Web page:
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JC viral loads in patients with Crohn’s disease treated with immunosuppression: can we screen for elevated risk of progressive multifocal leukoencephalopathy?
  1. J Verbeeck1,
  2. G Van Assche2,
  3. J Ryding3,
  4. E Wollants1,
  5. K Rans2,
  6. S Vermeire2,
  7. M R Pourkarim1,
  8. M Noman2,
  9. J Dillner3,
  10. M Van Ranst1,
  11. P Rutgeerts2
  1. 1
    Laboratory of Clinical Virology, Rega Institute for Medical Research, Leuven, Belgium
  2. 2
    Division of Gastroenterology, Leuven University Hospital, Leuven, Belgium
  3. 3
    Department of Medical Microbiology, Lund University, Malmö, Sweden
  1. ProfessorDr P Rutgeerts, Division of Gastroenterology, University Hospital Gasthuisberg, Herestraat 49, BE-3000 Leuven, Belgium; Paul.Rutgeerts{at}med.kuleuven.be

Abstract

Background and aims: Anti-α4 integrin therapy with natalizumab is efficacious in refractory Crohn’s disease and in multiple sclerosis, but carries an estimated 1/1000 risk of progressive multifocal leukoencephalopathy (PML) caused by reactivation of latent JC virus infection. Athough anti-α4 integrin therapies are likely to be introduced in the clinic, screening for the risk of PML has not been developed.

Methods: We prospectively collected urine, serum, plasma and buffy coats from 125 patients with Crohn’s disease, 100 control subjects with gastrointestinal (GI) disease, and 106 healthy volunteers. Four to eight weeks after this first sample collection, we additionally collected a set of urine, serum, plasma and buffy coat samples from the 125 patients with Crohn’s disease, and a next set of samples was collected 12–16 weeks after the first collection. JC viral loads were determined with quantitative real-time polymerase chain reaction (PCR), and JC virus seroprevalence with a specific enzyme-linked immunosorbant assay (ELISA).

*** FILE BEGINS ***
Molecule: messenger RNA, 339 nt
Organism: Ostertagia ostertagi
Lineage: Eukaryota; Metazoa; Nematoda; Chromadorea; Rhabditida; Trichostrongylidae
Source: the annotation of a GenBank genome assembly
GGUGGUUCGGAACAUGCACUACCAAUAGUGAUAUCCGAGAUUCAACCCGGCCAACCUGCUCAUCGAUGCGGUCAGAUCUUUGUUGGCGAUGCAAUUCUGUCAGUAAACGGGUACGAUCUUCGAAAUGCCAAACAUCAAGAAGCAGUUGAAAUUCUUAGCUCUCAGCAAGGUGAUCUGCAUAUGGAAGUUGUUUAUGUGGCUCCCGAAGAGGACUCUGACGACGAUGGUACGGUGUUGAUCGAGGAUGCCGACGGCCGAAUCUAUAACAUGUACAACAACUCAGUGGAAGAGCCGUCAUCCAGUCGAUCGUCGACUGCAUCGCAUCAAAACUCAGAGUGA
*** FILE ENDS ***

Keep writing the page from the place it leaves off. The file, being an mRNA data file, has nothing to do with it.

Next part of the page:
Results: The overall JC virus seroprevalence was 65%. JC virus DNA copies were detected in the urine from 29–44% of subjects, both those with Crohn’s disease and controls. Median viral loads were significantly higher in patients with Crohn’s disease who were immunosuppressed (7.36×106 copies/ml) compared to healthy volunteers (2.77×105 copies/ml) and compared to GI controls (1.8×106 copies/ml). Clearance at any time point occurred in 4/107 (3.7%) subjects only. JC viraemia was found in two patients with Crohn’s disease.

Conclusions: The natural history of JC virus in patients with Crohn’s disease is still unknown. Our study results show that JC virus latency and urine viral shedding is frequent in immunosuppressed patients with Crohn’s disease. More prospective studies are needed in order to agree on possible recommendations concerning the exclusion of patients with JCV viraemia from anti-α4 integrin treatment.

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Footnotes

  • See Commentary, p 1347

  • JV and GVA contributed equally to this study.

  • Funding: This work was supported by a scientific grant from GlaxoSmithKline (GSK).

  • Competing interests: None.

  • Ethics approval: The study was approved by the University of Leuven Ethics Committee in January 2006.

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